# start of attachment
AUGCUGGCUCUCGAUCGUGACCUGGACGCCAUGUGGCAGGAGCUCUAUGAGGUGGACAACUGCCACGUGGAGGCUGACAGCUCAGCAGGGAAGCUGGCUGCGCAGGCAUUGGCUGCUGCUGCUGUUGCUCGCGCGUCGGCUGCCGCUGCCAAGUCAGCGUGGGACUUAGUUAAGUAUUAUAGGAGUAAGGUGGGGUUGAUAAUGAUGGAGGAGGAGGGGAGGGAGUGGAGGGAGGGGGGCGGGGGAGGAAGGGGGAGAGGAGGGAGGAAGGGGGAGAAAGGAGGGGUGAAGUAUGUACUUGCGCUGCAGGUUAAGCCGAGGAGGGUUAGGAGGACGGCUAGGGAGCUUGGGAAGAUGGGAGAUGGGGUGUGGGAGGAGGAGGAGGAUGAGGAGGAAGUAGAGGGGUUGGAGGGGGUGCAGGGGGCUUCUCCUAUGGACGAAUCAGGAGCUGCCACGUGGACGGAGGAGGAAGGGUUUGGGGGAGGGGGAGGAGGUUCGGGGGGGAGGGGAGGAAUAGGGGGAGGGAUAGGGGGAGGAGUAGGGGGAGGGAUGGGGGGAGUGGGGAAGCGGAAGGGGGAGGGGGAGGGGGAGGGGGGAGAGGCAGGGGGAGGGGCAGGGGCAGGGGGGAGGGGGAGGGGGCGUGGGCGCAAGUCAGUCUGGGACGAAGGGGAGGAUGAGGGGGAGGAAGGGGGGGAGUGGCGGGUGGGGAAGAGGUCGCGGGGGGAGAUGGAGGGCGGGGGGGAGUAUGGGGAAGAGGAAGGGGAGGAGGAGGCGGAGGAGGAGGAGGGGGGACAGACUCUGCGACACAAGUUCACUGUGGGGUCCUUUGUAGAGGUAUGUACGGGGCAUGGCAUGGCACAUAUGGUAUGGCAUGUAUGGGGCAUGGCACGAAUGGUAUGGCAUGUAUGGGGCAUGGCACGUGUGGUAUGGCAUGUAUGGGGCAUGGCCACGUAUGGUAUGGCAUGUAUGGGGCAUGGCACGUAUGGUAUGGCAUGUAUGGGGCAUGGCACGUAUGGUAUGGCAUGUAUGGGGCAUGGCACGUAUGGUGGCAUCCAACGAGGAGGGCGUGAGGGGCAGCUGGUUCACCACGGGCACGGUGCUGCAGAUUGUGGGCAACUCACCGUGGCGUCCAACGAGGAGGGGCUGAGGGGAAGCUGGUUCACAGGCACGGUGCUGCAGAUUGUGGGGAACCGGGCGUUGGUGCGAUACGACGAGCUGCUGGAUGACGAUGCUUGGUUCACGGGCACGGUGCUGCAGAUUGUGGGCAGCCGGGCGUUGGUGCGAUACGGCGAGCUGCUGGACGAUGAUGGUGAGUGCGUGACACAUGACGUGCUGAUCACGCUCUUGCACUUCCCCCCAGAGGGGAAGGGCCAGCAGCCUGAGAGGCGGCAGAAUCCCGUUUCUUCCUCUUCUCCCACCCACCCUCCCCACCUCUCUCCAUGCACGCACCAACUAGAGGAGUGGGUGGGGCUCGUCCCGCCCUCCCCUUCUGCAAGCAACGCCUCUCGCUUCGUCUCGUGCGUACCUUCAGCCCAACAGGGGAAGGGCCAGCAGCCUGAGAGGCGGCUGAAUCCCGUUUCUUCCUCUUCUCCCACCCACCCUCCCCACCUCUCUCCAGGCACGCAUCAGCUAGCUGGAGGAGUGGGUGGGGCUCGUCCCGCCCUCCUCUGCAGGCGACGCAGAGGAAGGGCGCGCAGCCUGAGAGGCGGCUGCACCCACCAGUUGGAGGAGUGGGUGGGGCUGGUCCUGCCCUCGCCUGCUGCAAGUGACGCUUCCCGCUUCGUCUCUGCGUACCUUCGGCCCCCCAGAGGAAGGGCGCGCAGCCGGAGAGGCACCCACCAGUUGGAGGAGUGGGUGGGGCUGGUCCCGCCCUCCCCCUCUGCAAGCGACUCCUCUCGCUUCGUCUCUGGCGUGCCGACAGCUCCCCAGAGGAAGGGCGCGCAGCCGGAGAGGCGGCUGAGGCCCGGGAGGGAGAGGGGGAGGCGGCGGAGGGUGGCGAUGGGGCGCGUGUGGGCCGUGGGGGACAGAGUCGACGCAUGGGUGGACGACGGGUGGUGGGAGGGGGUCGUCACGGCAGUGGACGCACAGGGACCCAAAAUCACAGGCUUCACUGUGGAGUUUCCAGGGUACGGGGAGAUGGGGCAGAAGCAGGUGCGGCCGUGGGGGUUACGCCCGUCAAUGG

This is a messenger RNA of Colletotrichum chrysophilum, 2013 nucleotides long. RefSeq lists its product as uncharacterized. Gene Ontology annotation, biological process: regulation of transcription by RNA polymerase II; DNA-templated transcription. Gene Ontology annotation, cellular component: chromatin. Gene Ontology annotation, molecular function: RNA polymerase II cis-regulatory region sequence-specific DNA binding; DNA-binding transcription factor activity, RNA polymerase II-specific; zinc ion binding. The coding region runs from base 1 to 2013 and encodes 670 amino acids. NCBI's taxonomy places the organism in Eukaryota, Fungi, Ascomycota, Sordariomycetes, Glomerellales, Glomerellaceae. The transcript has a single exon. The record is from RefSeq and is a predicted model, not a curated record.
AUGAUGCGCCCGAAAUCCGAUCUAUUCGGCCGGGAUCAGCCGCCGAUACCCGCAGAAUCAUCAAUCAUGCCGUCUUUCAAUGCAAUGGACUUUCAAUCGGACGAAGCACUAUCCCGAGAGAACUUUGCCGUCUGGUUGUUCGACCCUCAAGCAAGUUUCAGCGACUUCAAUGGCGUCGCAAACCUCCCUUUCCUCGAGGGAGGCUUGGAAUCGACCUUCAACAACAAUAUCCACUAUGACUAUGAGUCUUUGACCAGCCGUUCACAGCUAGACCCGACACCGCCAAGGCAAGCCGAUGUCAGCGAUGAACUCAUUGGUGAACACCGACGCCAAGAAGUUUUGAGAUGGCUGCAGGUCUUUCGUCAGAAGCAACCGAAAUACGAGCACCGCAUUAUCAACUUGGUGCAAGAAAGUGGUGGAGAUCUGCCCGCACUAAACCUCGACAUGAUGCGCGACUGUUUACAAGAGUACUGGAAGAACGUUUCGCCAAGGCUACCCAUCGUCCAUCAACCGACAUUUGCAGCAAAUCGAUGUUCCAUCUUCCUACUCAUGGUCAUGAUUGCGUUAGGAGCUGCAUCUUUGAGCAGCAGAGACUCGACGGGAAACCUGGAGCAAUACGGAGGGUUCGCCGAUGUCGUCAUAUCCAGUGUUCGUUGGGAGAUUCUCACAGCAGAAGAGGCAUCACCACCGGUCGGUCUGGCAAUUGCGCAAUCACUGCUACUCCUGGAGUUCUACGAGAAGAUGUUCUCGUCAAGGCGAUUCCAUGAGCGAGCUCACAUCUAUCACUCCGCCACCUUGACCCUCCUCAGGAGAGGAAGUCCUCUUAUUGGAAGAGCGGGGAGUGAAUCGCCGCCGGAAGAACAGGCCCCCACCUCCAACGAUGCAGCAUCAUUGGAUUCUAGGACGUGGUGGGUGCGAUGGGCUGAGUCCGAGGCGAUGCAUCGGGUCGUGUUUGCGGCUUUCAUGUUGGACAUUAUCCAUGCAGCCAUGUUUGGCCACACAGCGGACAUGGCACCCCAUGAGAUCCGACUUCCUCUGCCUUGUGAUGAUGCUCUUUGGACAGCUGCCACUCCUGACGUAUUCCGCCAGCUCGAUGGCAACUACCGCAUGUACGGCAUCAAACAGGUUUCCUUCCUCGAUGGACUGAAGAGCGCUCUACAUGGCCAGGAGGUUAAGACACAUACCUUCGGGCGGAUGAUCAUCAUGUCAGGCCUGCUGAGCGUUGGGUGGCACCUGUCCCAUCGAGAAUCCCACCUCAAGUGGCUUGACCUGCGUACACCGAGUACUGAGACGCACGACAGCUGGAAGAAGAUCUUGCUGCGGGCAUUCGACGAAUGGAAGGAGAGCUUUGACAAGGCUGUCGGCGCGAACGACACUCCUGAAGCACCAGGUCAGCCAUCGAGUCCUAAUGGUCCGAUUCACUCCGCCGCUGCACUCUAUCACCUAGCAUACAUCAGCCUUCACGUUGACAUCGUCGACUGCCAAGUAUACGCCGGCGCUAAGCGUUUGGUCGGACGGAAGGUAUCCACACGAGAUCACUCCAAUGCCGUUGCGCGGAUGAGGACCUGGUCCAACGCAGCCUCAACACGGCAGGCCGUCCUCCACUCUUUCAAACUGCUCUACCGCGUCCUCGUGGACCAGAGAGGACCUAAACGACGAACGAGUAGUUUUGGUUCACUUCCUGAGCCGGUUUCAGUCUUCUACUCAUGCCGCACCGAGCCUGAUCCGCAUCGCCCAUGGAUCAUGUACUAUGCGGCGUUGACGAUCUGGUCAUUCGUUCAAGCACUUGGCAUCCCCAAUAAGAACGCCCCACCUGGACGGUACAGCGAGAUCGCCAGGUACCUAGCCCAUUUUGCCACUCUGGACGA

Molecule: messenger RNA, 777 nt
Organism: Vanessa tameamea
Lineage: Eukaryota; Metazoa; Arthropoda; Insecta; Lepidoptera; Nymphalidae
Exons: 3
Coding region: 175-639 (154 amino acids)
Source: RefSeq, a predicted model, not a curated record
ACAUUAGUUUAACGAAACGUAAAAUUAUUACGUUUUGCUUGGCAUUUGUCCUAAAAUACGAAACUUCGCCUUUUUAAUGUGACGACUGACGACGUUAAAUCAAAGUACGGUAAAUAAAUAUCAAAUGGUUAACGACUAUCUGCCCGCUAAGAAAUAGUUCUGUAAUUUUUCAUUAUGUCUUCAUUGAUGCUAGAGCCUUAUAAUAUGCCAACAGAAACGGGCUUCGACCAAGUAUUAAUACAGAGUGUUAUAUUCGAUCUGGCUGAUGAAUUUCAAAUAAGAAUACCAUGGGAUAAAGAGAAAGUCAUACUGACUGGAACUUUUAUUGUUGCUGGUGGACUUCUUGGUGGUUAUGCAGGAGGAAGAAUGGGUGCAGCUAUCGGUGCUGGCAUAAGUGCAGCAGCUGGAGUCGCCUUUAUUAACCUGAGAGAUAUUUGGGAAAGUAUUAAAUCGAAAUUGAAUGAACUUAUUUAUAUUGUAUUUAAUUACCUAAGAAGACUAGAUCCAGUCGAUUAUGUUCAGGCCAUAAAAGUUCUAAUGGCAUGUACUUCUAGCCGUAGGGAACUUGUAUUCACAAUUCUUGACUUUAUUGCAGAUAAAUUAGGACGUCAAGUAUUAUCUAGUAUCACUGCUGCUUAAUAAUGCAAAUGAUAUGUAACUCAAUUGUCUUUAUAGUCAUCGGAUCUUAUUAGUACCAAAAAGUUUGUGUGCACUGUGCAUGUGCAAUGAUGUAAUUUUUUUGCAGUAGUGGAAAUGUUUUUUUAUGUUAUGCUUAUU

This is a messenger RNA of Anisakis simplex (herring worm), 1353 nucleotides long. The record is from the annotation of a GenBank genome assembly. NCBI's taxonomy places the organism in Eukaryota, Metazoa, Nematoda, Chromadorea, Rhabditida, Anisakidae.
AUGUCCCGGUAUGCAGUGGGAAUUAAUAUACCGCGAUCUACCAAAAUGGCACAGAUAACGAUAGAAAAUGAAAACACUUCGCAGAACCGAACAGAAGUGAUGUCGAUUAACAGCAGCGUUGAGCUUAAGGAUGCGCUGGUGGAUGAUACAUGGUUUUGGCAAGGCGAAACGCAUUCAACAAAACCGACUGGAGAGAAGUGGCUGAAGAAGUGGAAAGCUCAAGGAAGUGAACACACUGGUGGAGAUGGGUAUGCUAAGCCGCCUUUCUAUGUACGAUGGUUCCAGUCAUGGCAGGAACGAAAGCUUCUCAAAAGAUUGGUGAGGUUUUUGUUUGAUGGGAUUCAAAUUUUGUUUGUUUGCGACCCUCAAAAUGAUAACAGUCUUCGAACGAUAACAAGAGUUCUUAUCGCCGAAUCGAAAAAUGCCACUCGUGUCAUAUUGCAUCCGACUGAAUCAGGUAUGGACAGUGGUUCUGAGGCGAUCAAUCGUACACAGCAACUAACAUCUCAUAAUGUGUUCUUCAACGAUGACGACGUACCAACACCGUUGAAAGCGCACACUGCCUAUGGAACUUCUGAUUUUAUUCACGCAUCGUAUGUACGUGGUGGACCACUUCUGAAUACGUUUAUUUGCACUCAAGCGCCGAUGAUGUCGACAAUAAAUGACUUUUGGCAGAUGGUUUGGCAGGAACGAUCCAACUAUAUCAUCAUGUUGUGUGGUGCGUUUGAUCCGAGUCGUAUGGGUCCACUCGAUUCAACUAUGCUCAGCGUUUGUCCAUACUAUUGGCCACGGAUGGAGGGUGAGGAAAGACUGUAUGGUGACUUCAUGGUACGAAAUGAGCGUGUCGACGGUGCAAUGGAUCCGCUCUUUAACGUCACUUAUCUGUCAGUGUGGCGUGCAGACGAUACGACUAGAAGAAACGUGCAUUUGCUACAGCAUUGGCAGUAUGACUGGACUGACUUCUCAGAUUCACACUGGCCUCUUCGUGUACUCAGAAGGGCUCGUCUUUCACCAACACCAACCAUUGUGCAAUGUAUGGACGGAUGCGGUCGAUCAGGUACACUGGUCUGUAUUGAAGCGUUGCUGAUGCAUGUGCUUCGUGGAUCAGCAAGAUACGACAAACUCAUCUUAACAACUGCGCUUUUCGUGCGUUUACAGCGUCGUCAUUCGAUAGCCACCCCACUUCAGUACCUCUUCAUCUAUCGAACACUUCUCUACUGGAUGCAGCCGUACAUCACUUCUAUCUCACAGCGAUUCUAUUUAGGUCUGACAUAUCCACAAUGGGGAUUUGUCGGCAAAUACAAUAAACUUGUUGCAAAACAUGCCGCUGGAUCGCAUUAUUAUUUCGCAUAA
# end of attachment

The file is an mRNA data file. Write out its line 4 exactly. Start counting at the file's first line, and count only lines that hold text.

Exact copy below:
Molecule: messenger RNA, 777 nt